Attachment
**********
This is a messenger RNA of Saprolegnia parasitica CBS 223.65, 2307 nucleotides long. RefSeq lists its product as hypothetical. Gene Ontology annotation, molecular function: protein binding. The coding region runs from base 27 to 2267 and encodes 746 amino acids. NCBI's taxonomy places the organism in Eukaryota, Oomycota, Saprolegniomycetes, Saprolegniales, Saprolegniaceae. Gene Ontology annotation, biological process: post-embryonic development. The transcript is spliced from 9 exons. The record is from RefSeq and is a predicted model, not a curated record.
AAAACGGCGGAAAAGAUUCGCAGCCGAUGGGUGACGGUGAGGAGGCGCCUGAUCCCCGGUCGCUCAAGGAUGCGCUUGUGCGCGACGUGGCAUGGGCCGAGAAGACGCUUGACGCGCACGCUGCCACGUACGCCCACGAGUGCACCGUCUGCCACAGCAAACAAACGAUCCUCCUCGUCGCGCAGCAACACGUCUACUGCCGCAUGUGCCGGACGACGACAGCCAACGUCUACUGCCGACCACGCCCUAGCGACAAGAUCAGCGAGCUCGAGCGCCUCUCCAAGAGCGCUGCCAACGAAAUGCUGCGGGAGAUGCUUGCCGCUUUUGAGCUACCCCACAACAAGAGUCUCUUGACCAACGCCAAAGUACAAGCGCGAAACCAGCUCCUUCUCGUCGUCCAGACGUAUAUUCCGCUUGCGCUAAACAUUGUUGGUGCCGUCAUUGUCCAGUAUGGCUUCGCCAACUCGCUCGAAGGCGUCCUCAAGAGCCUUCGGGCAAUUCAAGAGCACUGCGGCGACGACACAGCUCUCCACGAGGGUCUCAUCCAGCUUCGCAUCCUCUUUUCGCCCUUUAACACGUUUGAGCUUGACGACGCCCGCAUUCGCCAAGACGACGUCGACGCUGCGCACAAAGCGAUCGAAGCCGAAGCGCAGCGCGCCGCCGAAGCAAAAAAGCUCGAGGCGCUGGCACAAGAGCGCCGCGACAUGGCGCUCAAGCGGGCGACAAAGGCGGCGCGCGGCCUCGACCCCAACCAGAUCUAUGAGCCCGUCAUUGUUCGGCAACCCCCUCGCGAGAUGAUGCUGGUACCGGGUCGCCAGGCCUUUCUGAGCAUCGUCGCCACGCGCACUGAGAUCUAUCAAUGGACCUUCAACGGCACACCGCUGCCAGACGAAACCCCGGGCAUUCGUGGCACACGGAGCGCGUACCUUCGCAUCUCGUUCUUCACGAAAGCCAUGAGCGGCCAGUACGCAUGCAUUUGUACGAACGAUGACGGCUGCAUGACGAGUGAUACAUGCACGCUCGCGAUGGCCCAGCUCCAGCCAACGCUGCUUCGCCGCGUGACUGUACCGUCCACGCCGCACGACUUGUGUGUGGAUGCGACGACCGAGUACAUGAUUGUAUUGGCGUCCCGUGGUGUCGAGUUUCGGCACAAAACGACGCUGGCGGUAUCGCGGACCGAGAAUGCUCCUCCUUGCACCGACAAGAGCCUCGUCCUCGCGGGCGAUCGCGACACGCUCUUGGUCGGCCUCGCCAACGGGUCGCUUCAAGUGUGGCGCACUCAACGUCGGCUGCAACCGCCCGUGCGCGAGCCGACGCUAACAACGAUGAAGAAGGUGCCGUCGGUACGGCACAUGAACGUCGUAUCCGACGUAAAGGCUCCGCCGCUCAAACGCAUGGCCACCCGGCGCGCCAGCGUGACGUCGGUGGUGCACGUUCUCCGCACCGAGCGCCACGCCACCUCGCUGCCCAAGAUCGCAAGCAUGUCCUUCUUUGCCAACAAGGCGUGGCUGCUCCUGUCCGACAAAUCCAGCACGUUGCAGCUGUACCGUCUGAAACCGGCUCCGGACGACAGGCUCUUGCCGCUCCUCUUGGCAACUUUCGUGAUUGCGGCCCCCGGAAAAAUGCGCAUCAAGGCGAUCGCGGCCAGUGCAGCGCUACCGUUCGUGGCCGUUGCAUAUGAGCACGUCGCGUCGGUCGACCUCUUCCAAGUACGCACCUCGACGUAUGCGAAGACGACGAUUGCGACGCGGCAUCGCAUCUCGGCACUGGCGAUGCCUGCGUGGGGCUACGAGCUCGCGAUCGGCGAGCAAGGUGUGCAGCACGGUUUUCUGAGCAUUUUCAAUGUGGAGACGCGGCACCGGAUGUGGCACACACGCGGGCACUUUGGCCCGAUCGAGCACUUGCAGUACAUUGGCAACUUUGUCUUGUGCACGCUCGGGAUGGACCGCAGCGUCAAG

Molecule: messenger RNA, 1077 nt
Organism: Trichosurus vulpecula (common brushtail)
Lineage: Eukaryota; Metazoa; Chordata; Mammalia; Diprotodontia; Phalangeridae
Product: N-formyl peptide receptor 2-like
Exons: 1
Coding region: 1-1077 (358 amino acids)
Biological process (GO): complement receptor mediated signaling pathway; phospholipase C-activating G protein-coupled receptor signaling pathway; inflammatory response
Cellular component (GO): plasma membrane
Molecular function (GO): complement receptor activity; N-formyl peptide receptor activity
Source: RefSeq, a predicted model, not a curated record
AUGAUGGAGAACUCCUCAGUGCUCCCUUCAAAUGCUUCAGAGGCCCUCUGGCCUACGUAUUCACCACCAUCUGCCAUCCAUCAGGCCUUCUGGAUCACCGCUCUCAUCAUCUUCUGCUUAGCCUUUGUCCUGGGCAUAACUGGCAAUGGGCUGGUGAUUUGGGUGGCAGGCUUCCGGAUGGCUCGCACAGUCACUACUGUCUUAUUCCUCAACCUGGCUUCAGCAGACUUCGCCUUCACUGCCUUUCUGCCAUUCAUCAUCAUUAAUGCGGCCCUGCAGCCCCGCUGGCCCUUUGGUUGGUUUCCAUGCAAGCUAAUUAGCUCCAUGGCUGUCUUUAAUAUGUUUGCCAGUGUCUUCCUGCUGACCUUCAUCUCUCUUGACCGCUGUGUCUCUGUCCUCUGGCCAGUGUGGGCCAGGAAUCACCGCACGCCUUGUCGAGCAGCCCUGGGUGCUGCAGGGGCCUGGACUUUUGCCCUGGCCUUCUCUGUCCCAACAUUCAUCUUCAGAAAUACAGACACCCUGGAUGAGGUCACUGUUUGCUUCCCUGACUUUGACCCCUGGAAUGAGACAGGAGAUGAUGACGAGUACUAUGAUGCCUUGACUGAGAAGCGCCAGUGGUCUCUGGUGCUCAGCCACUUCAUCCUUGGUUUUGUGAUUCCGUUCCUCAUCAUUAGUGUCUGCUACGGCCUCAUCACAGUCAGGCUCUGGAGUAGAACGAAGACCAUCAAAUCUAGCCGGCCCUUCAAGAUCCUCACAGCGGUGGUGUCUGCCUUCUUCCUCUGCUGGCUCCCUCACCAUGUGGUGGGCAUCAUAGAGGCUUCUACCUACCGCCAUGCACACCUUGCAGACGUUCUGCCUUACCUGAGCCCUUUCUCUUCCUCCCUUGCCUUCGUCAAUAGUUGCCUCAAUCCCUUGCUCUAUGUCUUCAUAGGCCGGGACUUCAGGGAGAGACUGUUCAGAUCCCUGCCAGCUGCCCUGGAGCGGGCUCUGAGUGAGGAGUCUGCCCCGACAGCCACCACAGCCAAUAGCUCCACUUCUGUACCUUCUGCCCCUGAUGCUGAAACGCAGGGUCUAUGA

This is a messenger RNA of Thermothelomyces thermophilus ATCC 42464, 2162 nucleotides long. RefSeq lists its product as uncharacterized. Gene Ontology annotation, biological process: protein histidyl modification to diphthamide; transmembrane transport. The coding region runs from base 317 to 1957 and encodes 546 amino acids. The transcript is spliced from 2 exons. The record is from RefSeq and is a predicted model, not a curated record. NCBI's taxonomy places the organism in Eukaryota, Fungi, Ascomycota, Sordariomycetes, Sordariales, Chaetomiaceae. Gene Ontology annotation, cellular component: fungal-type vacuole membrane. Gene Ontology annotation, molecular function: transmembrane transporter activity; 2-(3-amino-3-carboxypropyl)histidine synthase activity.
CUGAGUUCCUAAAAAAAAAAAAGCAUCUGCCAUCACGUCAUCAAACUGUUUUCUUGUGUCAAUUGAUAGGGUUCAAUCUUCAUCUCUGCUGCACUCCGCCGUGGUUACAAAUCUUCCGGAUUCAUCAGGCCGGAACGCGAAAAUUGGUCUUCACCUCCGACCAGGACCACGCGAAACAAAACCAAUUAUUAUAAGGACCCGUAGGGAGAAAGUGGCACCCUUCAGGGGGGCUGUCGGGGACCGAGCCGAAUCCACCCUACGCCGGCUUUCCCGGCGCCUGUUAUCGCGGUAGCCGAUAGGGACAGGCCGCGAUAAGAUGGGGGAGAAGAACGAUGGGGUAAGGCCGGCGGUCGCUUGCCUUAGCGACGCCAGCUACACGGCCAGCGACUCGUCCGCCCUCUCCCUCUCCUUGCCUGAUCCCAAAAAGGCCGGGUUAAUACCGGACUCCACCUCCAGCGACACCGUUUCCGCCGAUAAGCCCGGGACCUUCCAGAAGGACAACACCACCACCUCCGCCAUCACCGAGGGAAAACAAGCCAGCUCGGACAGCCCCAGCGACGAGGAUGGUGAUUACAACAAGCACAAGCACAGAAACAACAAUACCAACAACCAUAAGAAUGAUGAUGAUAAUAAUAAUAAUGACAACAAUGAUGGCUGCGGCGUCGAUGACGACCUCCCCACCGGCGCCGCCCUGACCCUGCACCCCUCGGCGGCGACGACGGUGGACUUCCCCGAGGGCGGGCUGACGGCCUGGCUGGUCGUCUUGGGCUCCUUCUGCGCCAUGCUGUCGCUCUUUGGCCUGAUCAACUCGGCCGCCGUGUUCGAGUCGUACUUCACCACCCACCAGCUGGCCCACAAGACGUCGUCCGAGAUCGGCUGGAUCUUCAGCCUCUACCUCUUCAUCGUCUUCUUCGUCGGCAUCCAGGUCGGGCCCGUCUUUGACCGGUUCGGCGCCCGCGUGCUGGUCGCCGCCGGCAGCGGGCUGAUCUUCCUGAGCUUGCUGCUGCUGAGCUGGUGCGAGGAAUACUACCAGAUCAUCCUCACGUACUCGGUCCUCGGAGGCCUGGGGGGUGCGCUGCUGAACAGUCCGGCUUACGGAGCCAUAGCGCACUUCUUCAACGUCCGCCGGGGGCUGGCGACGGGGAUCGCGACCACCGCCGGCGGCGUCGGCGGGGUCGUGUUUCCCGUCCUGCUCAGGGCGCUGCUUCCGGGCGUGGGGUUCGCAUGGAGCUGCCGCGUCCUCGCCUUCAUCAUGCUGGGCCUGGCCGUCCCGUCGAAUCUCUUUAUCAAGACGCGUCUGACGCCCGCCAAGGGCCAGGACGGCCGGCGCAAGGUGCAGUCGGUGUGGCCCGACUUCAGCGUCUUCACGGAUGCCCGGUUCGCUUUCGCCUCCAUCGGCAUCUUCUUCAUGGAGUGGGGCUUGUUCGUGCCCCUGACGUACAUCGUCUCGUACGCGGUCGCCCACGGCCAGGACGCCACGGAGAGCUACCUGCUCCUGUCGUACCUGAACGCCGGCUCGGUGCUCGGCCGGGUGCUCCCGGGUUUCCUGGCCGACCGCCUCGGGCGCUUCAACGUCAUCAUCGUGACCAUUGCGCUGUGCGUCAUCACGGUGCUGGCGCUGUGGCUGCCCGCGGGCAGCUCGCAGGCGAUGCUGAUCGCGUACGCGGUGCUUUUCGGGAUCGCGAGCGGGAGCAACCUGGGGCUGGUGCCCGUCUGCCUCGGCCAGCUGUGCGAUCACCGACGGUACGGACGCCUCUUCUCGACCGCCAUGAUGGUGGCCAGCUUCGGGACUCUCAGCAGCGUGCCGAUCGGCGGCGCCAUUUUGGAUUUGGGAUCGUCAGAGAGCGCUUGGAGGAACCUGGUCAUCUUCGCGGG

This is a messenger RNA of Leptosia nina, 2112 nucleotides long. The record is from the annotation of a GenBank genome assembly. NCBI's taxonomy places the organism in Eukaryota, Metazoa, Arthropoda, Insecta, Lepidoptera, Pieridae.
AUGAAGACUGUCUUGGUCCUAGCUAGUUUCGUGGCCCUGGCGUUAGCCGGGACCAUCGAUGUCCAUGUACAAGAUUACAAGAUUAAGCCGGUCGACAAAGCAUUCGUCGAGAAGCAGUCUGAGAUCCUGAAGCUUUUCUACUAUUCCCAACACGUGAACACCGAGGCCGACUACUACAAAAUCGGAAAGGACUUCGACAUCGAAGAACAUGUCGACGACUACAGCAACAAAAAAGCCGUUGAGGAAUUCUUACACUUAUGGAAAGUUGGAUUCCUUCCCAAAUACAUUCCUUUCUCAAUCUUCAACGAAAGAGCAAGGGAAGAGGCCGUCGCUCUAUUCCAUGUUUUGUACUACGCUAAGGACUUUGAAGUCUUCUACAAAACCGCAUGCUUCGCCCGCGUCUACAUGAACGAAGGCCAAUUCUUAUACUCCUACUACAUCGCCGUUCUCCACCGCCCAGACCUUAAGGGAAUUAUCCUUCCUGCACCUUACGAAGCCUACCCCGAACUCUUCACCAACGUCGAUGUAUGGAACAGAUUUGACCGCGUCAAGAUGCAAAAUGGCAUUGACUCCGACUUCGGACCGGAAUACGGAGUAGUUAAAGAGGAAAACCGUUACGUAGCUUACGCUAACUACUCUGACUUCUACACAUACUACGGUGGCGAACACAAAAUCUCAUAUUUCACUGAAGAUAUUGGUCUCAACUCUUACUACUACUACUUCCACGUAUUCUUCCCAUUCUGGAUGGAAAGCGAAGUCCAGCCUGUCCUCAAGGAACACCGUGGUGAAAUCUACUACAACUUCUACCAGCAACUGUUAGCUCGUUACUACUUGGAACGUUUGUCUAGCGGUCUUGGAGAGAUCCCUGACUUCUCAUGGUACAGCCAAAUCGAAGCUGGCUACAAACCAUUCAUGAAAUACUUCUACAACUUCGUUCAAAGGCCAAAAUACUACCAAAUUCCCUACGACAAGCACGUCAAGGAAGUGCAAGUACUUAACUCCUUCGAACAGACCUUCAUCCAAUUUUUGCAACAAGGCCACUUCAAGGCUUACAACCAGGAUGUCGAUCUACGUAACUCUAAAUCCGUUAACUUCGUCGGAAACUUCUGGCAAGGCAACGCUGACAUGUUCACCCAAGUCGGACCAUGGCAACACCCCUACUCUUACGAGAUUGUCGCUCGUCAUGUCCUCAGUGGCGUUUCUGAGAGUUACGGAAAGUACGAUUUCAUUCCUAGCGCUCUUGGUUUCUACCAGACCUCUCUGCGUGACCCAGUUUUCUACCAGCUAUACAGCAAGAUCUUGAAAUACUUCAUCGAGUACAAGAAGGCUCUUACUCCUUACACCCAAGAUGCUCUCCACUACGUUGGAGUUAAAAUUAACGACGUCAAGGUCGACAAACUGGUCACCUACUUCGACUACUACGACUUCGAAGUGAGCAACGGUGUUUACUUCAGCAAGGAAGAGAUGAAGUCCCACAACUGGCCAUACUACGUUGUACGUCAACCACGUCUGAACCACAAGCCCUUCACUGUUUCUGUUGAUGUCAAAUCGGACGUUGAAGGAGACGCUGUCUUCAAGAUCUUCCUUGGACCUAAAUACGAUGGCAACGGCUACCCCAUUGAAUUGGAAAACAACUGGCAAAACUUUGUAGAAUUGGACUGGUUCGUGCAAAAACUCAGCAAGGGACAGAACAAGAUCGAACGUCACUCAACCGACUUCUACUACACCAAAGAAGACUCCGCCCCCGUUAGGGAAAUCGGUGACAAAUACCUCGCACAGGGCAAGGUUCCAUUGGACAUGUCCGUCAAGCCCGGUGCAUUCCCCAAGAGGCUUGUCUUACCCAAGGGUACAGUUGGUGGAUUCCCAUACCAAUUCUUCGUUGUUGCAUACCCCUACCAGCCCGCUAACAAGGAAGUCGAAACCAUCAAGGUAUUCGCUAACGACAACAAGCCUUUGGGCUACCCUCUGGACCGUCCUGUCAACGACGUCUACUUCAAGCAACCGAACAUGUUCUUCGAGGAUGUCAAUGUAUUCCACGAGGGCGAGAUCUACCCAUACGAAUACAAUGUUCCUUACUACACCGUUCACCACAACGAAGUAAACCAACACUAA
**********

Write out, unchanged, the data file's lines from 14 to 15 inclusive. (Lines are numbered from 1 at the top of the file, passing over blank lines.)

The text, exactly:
This is a messenger RNA of Thermothelomyces thermophilus ATCC 42464, 2162 nucleotides long. RefSeq lists its product as uncharacterized. Gene Ontology annotation, biological process: protein histidyl modification to diphthamide; transmembrane transport. The coding region runs from base 317 to 1957 and encodes 546 amino acids. The transcript is spliced from 2 exons. The record is from RefSeq and is a predicted model, not a curated record. NCBI's taxonomy places the organism in Eukaryota, Fungi, Ascomycota, Sordariomycetes, Sordariales, Chaetomiaceae. Gene Ontology annotation, cellular component: fungal-type vacuole membrane. Gene Ontology annotation, molecular function: transmembrane transporter activity; 2-(3-amino-3-carboxypropyl)histidine synthase activity.
CUGAGUUCCUAAAAAAAAAAAAGCAUCUGCCAUCACGUCAUCAAACUGUUUUCUUGUGUCAAUUGAUAGGGUUCAAUCUUCAUCUCUGCUGCACUCCGCCGUGGUUACAAAUCUUCCGGAUUCAUCAGGCCGGAACGCGAAAAUUGGUCUUCACCUCCGACCAGGACCACGCGAAACAAAACCAAUUAUUAUAAGGACCCGUAGGGAGAAAGUGGCACCCUUCAGGGGGGCUGUCGGGGACCGAGCCGAAUCCACCCUACGCCGGCUUUCCCGGCGCCUGUUAUCGCGGUAGCCGAUAGGGACAGGCCGCGAUAAGAUGGGGGAGAAGAACGAUGGGGUAAGGCCGGCGGUCGCUUGCCUUAGCGACGCCAGCUACACGGCCAGCGACUCGUCCGCCCUCUCCCUCUCCUUGCCUGAUCCCAAAAAGGCCGGGUUAAUACCGGACUCCACCUCCAGCGACACCGUUUCCGCCGAUAAGCCCGGGACCUUCCAGAAGGACAACACCACCACCUCCGCCAUCACCGAGGGAAAACAAGCCAGCUCGGACAGCCCCAGCGACGAGGAUGGUGAUUACAACAAGCACAAGCACAGAAACAACAAUACCAACAACCAUAAGAAUGAUGAUGAUAAUAAUAAUAAUGACAACAAUGAUGGCUGCGGCGUCGAUGACGACCUCCCCACCGGCGCCGCCCUGACCCUGCACCCCUCGGCGGCGACGACGGUGGACUUCCCCGAGGGCGGGCUGACGGCCUGGCUGGUCGUCUUGGGCUCCUUCUGCGCCAUGCUGUCGCUCUUUGGCCUGAUCAACUCGGCCGCCGUGUUCGAGUCGUACUUCACCACCCACCAGCUGGCCCACAAGACGUCGUCCGAGAUCGGCUGGAUCUUCAGCCUCUACCUCUUCAUCGUCUUCUUCGUCGGCAUCCAGGUCGGGCCCGUCUUUGACCGGUUCGGCGCCCGCGUGCUGGUCGCCGCCGGCAGCGGGCUGAUCUUCCUGAGCUUGCUGCUGCUGAGCUGGUGCGAGGAAUACUACCAGAUCAUCCUCACGUACUCGGUCCUCGGAGGCCUGGGGGGUGCGCUGCUGAACAGUCCGGCUUACGGAGCCAUAGCGCACUUCUUCAACGUCCGCCGGGGGCUGGCGACGGGGAUCGCGACCACCGCCGGCGGCGUCGGCGGGGUCGUGUUUCCCGUCCUGCUCAGGGCGCUGCUUCCGGGCGUGGGGUUCGCAUGGAGCUGCCGCGUCCUCGCCUUCAUCAUGCUGGGCCUGGCCGUCCCGUCGAAUCUCUUUAUCAAGACGCGUCUGACGCCCGCCAAGGGCCAGGACGGCCGGCGCAAGGUGCAGUCGGUGUGGCCCGACUUCAGCGUCUUCACGGAUGCCCGGUUCGCUUUCGCCUCCAUCGGCAUCUUCUUCAUGGAGUGGGGCUUGUUCGUGCCCCUGACGUACAUCGUCUCGUACGCGGUCGCCCACGGCCAGGACGCCACGGAGAGCUACCUGCUCCUGUCGUACCUGAACGCCGGCUCGGUGCUCGGCCGGGUGCUCCCGGGUUUCCUGGCCGACCGCCUCGGGCGCUUCAACGUCAUCAUCGUGACCAUUGCGCUGUGCGUCAUCACGGUGCUGGCGCUGUGGCUGCCCGCGGGCAGCUCGCAGGCGAUGCUGAUCGCGUACGCGGUGCUUUUCGGGAUCGCGAGCGGGAGCAACCUGGGGCUGGUGCCCGUCUGCCUCGGCCAGCUGUGCGAUCACCGACGGUACGGACGCCUCUUCUCGACCGCCAUGAUGGUGGCCAGCUUCGGGACUCUCAGCAGCGUGCCGAUCGGCGGCGCCAUUUUGGAUUUGGGAUCGUCAGAGAGCGCUUGGAGGAACCUGGUCAUCUUCGCGGG